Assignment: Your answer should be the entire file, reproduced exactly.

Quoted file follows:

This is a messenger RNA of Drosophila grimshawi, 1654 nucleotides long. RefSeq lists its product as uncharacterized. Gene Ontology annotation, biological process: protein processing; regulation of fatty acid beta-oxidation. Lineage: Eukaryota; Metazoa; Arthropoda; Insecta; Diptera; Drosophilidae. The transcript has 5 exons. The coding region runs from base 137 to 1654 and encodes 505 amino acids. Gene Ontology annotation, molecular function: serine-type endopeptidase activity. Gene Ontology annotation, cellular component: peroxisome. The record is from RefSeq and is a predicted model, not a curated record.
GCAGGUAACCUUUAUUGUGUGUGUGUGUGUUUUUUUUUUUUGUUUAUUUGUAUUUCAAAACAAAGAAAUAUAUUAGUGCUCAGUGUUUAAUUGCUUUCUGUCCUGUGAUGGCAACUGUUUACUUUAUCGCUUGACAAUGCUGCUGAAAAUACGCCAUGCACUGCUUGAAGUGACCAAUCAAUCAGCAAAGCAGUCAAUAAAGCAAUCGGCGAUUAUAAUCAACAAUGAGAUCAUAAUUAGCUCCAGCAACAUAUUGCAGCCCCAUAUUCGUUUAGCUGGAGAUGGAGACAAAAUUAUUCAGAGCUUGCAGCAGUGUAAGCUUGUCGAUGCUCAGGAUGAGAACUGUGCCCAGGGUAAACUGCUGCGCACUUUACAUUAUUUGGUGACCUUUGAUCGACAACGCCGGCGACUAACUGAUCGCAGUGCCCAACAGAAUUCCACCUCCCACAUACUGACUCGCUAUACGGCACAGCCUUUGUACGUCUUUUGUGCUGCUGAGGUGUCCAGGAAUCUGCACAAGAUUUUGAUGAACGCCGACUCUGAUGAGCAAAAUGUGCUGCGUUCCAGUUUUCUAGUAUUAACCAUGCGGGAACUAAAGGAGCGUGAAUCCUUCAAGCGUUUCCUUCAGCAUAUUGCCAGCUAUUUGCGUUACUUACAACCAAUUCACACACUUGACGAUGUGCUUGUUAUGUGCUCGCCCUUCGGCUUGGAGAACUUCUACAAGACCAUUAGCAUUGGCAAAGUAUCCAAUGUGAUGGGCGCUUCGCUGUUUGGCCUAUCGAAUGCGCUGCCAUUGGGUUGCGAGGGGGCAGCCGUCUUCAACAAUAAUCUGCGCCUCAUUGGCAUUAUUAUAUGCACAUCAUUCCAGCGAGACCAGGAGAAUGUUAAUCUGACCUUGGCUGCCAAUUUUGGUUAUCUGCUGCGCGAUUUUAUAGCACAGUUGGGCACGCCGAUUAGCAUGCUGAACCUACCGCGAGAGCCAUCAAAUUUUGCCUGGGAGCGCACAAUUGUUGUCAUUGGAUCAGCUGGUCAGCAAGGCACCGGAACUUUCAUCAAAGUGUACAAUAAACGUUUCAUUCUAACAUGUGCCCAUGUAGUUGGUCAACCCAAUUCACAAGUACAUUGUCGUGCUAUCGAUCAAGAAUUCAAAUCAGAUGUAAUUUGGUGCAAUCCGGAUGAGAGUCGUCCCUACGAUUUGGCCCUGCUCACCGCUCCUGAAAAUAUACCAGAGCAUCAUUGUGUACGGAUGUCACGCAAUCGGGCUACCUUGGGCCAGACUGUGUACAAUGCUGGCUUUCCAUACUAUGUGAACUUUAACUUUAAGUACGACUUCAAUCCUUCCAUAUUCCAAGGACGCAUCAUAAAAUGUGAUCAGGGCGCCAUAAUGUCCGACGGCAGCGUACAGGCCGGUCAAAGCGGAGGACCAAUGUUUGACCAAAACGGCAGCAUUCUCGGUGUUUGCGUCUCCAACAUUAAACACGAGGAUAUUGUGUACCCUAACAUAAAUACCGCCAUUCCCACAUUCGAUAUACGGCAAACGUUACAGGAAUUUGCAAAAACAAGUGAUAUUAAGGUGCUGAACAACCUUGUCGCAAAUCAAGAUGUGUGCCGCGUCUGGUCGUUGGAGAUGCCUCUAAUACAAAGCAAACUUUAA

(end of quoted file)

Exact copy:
This is a messenger RNA of Drosophila grimshawi, 1654 nucleotides long. RefSeq lists its product as uncharacterized. Gene Ontology annotation, biological process: protein processing; regulation of fatty acid beta-oxidation. Lineage: Eukaryota; Metazoa; Arthropoda; Insecta; Diptera; Drosophilidae. The transcript has 5 exons. The coding region runs from base 137 to 1654 and encodes 505 amino acids. Gene Ontology annotation, molecular function: serine-type endopeptidase activity. Gene Ontology annotation, cellular component: peroxisome. The record is from RefSeq and is a predicted model, not a curated record.
GCAGGUAACCUUUAUUGUGUGUGUGUGUGUUUUUUUUUUUUGUUUAUUUGUAUUUCAAAACAAAGAAAUAUAUUAGUGCUCAGUGUUUAAUUGCUUUCUGUCCUGUGAUGGCAACUGUUUACUUUAUCGCUUGACAAUGCUGCUGAAAAUACGCCAUGCACUGCUUGAAGUGACCAAUCAAUCAGCAAAGCAGUCAAUAAAGCAAUCGGCGAUUAUAAUCAACAAUGAGAUCAUAAUUAGCUCCAGCAACAUAUUGCAGCCCCAUAUUCGUUUAGCUGGAGAUGGAGACAAAAUUAUUCAGAGCUUGCAGCAGUGUAAGCUUGUCGAUGCUCAGGAUGAGAACUGUGCCCAGGGUAAACUGCUGCGCACUUUACAUUAUUUGGUGACCUUUGAUCGACAACGCCGGCGACUAACUGAUCGCAGUGCCCAACAGAAUUCCACCUCCCACAUACUGACUCGCUAUACGGCACAGCCUUUGUACGUCUUUUGUGCUGCUGAGGUGUCCAGGAAUCUGCACAAGAUUUUGAUGAACGCCGACUCUGAUGAGCAAAAUGUGCUGCGUUCCAGUUUUCUAGUAUUAACCAUGCGGGAACUAAAGGAGCGUGAAUCCUUCAAGCGUUUCCUUCAGCAUAUUGCCAGCUAUUUGCGUUACUUACAACCAAUUCACACACUUGACGAUGUGCUUGUUAUGUGCUCGCCCUUCGGCUUGGAGAACUUCUACAAGACCAUUAGCAUUGGCAAAGUAUCCAAUGUGAUGGGCGCUUCGCUGUUUGGCCUAUCGAAUGCGCUGCCAUUGGGUUGCGAGGGGGCAGCCGUCUUCAACAAUAAUCUGCGCCUCAUUGGCAUUAUUAUAUGCACAUCAUUCCAGCGAGACCAGGAGAAUGUUAAUCUGACCUUGGCUGCCAAUUUUGGUUAUCUGCUGCGCGAUUUUAUAGCACAGUUGGGCACGCCGAUUAGCAUGCUGAACCUACCGCGAGAGCCAUCAAAUUUUGCCUGGGAGCGCACAAUUGUUGUCAUUGGAUCAGCUGGUCAGCAAGGCACCGGAACUUUCAUCAAAGUGUACAAUAAACGUUUCAUUCUAACAUGUGCCCAUGUAGUUGGUCAACCCAAUUCACAAGUACAUUGUCGUGCUAUCGAUCAAGAAUUCAAAUCAGAUGUAAUUUGGUGCAAUCCGGAUGAGAGUCGUCCCUACGAUUUGGCCCUGCUCACCGCUCCUGAAAAUAUACCAGAGCAUCAUUGUGUACGGAUGUCACGCAAUCGGGCUACCUUGGGCCAGACUGUGUACAAUGCUGGCUUUCCAUACUAUGUGAACUUUAACUUUAAGUACGACUUCAAUCCUUCCAUAUUCCAAGGACGCAUCAUAAAAUGUGAUCAGGGCGCCAUAAUGUCCGACGGCAGCGUACAGGCCGGUCAAAGCGGAGGACCAAUGUUUGACCAAAACGGCAGCAUUCUCGGUGUUUGCGUCUCCAACAUUAAACACGAGGAUAUUGUGUACCCUAACAUAAAUACCGCCAUUCCCACAUUCGAUAUACGGCAAACGUUACAGGAAUUUGCAAAAACAAGUGAUAUUAAGGUGCUGAACAACCUUGUCGCAAAUCAAGAUGUGUGCCGCGUCUGGUCGUUGGAGAUGCCUCUAAUACAAAGCAAACUUUAA